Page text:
Cybersecurity is not just an issue for large companies or government agencies. It is an issue for all that use the Internet and email. Everyone can be and is a target.
The most common effort to place malware on your computer or smart phone, or steal vital personal information or logins/passwords is through a phishing scam. Authentic-looking text messages or emails from your financial institution, the IRS, phone provider, or email service, ask for you to take some kind of action by clicking on a link. That link is where the action to infect your device or lure giving up personal information occurs.
When you receive these kinds of inquiries, take a close look at the sender’s information. Phishing schemes quite often infect other user’s devices and use their email or text to send more phishing information from their address book. If you see that, delete it. And if you have questions about the authenticity of the inquiry, call the organization to verify the inquiry. This step will help avoid becoming a victim of identity theft as well.
Another rising cybersecurity concern for individuals is ransomware. Ransomware is where bad actors lock your computer and try to extort money from you to get your files returned.
There are steps to take to avoid becoming a victim of cyber theft. One key step is how you manage your passwords. One high-tech reporter noted this phrase that rings so true. Passwords are like underwear: change them often, don’t share them and don’t leave them lying around.
Many of us have dozens of logins and passwords, making it difficult to remember all of them. Free password manager apps are a great way to recall them all. Avoid using the same password for all your online activities. For instance, if one online site is stolen, the bad guy will try to use your password on other accounts.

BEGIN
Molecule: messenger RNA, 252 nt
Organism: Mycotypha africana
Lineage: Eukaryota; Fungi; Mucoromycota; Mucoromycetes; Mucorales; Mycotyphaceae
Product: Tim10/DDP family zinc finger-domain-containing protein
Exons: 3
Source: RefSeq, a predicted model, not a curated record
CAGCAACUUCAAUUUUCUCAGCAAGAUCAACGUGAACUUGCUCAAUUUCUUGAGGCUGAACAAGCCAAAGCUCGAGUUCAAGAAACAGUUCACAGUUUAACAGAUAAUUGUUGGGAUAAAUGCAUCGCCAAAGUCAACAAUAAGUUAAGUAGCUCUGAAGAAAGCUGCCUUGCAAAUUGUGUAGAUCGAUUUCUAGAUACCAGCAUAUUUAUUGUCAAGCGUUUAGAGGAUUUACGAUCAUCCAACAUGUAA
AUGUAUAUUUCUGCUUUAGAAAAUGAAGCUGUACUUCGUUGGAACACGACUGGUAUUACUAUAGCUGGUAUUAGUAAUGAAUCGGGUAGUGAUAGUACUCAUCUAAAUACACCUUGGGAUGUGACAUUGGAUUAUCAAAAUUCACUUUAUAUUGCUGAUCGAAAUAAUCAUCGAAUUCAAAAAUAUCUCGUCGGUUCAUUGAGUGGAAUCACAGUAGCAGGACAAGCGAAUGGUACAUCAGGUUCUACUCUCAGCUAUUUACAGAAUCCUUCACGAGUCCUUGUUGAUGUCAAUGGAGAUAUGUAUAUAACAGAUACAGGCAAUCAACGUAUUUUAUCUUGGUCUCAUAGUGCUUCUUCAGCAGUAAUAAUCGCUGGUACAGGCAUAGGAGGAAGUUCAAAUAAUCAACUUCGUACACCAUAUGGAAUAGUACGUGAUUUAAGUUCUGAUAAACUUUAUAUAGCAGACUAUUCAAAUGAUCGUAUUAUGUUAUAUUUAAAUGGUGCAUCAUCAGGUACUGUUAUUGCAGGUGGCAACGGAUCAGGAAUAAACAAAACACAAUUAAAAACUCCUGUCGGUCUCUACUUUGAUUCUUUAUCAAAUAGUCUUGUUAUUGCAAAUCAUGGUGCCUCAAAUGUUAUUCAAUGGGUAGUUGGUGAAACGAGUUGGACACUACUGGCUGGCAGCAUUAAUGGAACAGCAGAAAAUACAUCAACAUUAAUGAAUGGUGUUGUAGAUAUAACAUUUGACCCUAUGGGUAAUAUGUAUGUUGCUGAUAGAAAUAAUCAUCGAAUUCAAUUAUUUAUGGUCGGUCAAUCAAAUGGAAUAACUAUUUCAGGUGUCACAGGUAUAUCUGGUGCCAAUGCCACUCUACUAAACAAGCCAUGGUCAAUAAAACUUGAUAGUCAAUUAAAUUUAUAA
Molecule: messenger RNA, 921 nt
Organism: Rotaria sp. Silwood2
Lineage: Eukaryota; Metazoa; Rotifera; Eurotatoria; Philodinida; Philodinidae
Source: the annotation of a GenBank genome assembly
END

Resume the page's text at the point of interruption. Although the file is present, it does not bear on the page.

Another key step is to implement what is called – two-factor authentication. This second step requires also entering a one-time code sent to your smart phone each time your log in. Yes, this extra step takes additional time and can be annoying, but it is far less infuriating than having your personal information stolen.
One more key step is to keep your computer(s) and phone security updates – up-to-date. Many software providers allow automatic updates when they are published. Those updates can be scheduled such as during sleeping hours to avoid any daily interruptions. If that choice is not made, be sure to do those updates as soon as you can manually. And this key step goes for smart phones, routers, wi-fi, smart home devices, and printers as well.
Also ensure your devices have reputable security programs to bring any unwanted intrusions to a halt. These programs can identify quarantine, report and delete any suspicious malware, viruses or other cybercriminal tools.
All these simple steps will raise your protection from whatever the bad guys wish to do to your devices, and help ensure your personal information is secured online.